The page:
2D channel with time-dependent boundary conditionsΒΆ

Here we extend the 2D channel example by adding constant and time dependent boundary conditions.

We begin by defining the domain and solver as before:

from thetis import *

lx = 40e3
ly = 2e3
nx = 25
ny = 2
mesh2d = RectangleMesh(nx, ny, lx, ly)

P1_2d = FunctionSpace(mesh2d, 'CG', 1)
bathymetry_2d = Function(P1_2d, name='Bathymetry')
depth = 20.0
bathymetry_2d.assign(depth)

# total duration in seconds
t_end = 12 * 3600
# export interval in seconds
t_export = 300.0

solver_obj = solver2d.FlowSolver2d(mesh2d, bathymetry_2d)
options = solver_obj.options
options.simulation_export_time = t_export
options.simulation_end_time = t_end
options.timestepper_type = 'CrankNicolson'
options.timestep = 50.0

We will force the model with a constant volume flux at the right boundary (x=40 km) and impose a tidal volume flux on the left boundary (x=0 km). Note that we have increased t_end and t_export to better illustrate tidal dynamics.

Boundary condtitions are defined for each external boundary using their ID. In this example we are using a RectangleMesh() which assigns IDs 1, 2, 3, and 4 for the four sides of the rectangle:

left_bnd_id = 1
right_bnd_id = 2

At each boundary we need to define the external value of the prognostic variables, i.e. in this case the water elevation and velocity. The value should be either a Firedrake Constant or Function (in case the boundary condition is not uniform in space).

We store the boundary conditions in a dictionary:

swe_bnd = {}
in_flux = 1e3
swe_bnd[right_bnd_id] = {'elev': Constant(0.0),
                         'flux': Constant(-in_flux)}

Above we set the water elevation to zero and prescribe a constant volume flux. The volume flux is defined as outward normal flux, i.e. a negative value stands for flow into the domain. Alternatively we could also prescribe the normal velocity (with key 'un') or the 2D velocity vector ('uv'). For all supported boundary conditions, see module shallowwater_eq.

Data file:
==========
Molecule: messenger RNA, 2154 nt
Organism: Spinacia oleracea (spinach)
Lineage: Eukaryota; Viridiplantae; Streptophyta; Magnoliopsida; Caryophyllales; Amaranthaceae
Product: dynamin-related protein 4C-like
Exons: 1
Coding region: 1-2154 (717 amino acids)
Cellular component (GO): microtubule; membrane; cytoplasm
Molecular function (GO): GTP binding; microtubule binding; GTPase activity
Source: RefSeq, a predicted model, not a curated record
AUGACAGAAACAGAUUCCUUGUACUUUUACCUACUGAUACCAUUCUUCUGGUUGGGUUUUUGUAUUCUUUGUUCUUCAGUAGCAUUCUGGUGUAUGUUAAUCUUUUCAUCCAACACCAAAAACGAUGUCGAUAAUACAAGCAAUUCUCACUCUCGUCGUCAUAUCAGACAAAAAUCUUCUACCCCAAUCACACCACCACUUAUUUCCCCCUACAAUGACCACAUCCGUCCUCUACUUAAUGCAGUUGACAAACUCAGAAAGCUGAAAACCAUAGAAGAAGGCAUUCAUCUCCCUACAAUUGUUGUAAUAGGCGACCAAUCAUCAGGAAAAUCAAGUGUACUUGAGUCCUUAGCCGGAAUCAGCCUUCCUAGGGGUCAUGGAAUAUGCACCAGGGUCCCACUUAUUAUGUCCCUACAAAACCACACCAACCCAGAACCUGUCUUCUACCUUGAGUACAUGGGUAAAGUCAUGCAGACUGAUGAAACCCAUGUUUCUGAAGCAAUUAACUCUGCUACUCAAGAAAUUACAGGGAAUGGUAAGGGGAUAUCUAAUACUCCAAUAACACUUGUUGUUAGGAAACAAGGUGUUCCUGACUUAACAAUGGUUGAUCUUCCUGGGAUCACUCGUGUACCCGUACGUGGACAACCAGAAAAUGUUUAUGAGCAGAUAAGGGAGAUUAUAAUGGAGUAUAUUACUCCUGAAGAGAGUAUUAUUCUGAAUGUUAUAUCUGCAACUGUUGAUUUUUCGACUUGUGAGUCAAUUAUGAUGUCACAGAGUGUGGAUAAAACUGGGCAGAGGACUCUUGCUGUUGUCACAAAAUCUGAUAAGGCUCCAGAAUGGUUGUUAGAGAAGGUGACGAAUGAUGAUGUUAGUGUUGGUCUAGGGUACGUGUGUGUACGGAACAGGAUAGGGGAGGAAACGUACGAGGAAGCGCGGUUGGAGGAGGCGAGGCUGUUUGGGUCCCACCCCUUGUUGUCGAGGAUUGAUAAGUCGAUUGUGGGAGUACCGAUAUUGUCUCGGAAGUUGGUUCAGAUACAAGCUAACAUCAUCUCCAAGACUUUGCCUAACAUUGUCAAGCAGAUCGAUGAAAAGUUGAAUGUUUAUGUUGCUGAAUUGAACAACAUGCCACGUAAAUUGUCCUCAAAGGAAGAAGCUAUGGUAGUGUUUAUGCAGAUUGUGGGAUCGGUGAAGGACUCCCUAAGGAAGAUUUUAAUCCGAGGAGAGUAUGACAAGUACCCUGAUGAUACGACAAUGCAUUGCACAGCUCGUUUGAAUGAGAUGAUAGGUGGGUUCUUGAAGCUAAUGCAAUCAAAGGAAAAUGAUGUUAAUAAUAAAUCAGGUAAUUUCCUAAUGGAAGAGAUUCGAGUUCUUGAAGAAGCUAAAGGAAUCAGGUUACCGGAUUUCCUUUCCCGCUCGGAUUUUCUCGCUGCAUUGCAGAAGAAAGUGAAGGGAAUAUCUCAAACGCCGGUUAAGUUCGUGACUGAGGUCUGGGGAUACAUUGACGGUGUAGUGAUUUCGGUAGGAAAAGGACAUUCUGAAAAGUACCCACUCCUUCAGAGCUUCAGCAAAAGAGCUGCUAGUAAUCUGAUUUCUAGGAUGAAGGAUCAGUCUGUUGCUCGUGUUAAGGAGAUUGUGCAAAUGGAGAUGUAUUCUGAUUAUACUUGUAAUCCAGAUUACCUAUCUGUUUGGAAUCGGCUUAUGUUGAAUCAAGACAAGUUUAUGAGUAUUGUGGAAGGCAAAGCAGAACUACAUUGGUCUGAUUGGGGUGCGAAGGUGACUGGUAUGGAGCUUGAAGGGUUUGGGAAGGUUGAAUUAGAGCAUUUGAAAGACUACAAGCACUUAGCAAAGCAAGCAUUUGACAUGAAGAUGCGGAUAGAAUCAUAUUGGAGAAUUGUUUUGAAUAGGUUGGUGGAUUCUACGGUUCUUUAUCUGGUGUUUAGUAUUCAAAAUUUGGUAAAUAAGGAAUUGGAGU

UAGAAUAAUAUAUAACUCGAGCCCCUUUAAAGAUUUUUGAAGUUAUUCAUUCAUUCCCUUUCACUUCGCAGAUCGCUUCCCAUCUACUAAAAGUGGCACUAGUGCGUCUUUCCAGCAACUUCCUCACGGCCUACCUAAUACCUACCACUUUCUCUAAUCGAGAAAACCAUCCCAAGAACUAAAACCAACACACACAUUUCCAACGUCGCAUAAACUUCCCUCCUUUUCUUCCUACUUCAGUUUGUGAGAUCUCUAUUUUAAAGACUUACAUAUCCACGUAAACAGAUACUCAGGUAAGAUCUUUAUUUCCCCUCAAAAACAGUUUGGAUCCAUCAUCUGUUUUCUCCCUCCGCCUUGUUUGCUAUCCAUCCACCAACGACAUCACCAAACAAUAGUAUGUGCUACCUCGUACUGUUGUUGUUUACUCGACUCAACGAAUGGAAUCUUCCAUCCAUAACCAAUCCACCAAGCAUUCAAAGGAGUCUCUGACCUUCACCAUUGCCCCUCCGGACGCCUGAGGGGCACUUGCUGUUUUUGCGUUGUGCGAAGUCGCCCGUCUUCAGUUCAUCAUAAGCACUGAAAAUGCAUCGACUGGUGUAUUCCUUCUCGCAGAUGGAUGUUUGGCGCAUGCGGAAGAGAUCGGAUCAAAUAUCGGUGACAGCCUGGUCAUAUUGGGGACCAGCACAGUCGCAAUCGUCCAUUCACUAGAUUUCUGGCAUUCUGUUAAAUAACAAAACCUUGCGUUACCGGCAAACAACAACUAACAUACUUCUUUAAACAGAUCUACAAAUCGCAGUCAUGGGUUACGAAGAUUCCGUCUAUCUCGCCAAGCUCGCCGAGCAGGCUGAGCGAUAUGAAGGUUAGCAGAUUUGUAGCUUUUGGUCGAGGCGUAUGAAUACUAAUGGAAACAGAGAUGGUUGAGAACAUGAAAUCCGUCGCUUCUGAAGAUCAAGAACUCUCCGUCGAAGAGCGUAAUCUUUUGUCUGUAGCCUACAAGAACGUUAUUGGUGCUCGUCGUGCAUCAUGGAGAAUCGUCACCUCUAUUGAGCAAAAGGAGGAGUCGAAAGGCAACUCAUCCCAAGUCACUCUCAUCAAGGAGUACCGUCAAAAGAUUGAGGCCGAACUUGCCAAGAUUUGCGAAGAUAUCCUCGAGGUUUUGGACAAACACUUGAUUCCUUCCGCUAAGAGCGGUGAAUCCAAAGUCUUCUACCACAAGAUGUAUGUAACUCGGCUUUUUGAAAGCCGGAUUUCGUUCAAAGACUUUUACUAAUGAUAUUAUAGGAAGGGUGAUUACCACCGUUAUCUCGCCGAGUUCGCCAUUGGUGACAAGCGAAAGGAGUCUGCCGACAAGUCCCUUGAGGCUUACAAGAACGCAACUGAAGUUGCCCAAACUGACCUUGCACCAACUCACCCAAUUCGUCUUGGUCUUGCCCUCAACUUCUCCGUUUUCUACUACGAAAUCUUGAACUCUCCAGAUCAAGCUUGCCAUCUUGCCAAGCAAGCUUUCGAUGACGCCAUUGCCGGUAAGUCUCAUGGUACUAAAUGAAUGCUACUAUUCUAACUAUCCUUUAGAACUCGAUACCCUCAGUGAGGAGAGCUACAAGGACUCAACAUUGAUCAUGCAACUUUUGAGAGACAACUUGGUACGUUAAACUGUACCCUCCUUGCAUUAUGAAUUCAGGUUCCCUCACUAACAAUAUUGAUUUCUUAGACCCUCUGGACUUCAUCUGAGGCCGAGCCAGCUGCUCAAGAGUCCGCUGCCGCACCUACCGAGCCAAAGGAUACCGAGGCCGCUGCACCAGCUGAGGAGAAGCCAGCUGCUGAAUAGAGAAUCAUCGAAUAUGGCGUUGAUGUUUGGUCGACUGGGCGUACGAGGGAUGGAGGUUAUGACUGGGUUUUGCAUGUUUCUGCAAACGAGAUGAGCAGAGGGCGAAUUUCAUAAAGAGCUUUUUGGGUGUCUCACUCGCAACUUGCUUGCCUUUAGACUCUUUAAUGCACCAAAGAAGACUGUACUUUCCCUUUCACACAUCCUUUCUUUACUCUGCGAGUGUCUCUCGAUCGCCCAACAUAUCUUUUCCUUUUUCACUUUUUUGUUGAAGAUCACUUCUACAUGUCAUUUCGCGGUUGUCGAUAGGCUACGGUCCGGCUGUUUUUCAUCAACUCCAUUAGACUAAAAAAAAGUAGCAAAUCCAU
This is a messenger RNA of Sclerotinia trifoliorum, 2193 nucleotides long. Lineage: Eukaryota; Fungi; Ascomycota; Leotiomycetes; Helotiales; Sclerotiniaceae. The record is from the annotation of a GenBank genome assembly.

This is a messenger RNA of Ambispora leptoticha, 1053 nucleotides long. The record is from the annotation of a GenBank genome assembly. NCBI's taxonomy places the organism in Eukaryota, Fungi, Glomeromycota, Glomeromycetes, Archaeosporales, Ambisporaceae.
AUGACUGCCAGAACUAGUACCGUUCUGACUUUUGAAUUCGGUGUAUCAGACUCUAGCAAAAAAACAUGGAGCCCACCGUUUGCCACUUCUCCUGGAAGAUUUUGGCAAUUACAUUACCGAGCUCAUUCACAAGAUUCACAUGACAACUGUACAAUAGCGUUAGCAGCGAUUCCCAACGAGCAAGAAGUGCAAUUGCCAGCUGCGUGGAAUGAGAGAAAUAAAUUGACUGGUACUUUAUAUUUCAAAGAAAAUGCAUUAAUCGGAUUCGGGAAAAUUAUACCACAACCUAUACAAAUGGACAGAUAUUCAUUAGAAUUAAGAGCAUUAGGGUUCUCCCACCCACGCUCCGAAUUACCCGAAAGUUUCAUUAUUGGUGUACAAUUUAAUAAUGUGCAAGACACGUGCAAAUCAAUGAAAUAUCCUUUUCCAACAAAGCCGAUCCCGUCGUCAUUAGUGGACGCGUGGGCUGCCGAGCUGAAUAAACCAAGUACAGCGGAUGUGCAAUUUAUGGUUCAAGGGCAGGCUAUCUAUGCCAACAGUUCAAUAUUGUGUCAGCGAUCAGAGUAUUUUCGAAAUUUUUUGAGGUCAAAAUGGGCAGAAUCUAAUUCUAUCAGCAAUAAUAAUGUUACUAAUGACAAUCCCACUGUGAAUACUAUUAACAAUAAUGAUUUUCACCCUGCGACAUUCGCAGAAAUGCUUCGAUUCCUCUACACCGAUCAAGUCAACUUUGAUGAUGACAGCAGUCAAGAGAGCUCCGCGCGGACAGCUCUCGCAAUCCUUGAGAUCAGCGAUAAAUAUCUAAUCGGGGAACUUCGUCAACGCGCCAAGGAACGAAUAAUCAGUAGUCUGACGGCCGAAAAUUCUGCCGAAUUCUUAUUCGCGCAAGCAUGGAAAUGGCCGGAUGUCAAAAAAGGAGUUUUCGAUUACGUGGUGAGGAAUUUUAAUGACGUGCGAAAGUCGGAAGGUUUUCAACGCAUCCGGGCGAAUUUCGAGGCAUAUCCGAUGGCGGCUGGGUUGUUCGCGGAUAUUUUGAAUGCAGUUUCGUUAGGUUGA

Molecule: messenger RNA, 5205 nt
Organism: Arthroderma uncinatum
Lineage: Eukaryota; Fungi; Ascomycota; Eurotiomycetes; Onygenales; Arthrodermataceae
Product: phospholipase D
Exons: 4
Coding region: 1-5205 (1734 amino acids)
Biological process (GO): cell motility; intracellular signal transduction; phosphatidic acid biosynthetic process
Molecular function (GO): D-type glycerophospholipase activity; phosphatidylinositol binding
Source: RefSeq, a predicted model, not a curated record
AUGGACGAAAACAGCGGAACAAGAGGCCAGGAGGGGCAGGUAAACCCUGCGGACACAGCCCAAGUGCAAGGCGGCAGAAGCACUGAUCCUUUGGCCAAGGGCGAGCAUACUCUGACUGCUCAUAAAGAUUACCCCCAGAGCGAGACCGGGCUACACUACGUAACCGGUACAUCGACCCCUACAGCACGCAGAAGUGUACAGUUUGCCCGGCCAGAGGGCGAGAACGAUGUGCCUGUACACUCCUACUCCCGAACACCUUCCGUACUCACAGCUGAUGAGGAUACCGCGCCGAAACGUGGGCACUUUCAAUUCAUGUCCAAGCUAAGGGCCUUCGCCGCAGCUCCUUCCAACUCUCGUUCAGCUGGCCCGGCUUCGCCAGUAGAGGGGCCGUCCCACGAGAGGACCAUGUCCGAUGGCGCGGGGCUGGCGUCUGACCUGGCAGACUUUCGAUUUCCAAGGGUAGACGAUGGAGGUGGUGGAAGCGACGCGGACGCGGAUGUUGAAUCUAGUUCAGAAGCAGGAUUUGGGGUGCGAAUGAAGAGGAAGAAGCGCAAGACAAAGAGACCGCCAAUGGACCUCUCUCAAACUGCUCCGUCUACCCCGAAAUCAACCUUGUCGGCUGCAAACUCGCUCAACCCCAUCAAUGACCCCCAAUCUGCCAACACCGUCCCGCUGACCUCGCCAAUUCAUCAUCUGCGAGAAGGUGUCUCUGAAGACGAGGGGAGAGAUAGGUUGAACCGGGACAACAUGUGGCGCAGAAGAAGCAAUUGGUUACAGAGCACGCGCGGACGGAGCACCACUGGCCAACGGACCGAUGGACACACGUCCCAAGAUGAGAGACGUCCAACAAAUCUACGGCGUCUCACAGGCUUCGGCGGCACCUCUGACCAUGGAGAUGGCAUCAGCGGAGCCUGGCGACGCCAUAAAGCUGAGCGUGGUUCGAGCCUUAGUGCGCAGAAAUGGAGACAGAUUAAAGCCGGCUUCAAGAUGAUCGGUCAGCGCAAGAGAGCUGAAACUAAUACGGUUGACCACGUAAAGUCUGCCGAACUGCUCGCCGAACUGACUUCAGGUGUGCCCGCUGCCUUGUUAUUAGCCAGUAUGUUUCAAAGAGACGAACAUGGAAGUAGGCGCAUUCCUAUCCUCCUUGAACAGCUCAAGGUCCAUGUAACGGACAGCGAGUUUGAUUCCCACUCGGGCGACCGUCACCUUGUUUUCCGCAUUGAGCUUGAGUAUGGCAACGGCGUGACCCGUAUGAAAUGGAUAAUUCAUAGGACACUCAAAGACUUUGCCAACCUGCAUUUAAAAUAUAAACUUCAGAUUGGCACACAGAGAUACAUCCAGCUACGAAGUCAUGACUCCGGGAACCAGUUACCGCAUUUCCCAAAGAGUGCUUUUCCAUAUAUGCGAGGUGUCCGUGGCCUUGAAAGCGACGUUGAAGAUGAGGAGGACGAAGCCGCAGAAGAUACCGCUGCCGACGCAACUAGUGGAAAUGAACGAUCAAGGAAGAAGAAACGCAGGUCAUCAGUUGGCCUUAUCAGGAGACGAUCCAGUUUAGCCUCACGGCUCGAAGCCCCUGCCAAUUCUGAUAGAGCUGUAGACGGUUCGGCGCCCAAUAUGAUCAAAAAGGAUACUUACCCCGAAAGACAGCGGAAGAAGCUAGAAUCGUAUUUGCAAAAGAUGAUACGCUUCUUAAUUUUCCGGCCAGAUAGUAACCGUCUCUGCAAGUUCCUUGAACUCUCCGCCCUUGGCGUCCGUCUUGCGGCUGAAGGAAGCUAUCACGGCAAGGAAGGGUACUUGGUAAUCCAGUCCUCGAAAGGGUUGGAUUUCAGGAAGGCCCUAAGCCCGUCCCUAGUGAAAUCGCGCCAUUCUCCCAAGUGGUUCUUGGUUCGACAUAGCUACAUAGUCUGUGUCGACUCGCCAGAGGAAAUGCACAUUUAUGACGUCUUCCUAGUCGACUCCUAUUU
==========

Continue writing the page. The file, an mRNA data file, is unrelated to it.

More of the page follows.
In order to set time-dependent boundary conditions we first define a python function that evaluates the time dependent variable:

def timedep_flux(simulation_time):
    """Time-dependent flux function"""
    tide_amp = -2e3
    tide_t = 12 * 3600.
    flux = tide_amp*sin(2 * pi * simulation_time / tide_t) + in_flux
    return flux

We then create a Constant object with the initial value, and assign it to the left boundary:

tide_flux_const = Constant(timedep_flux(0))
swe_bnd[left_bnd_id] = {'flux': tide_flux_const}

Boundary conditions are now complete, and we assign them to the solver object:

solver_obj.bnd_functions['shallow_water'] = swe_bnd

Note that if boundary conditions are not assigned for some boundaries (the lateral boundaries 3 and 4 in this case), Thetis assumes impermeable land conditions.

The only missing piece is to add a mechanism that re-evaluates the boundary condition as the simulation progresses. For this purpose we use the optional update_forcings argument of the iterate() method. update_forcings is a python function that updates all time dependent Constants or Functions used to force the model. In this case we only need to update tide_flux_const:

def update_forcings(t_new):
    """Callback function that updates all time dependent forcing fields"""
    tide_flux_const.assign(timedep_flux(t_new))

and finally pass this callback to the time iterator:

solver_obj.iterate(update_forcings=update_forcings)

This tutorial can be dowloaded as a Python script here.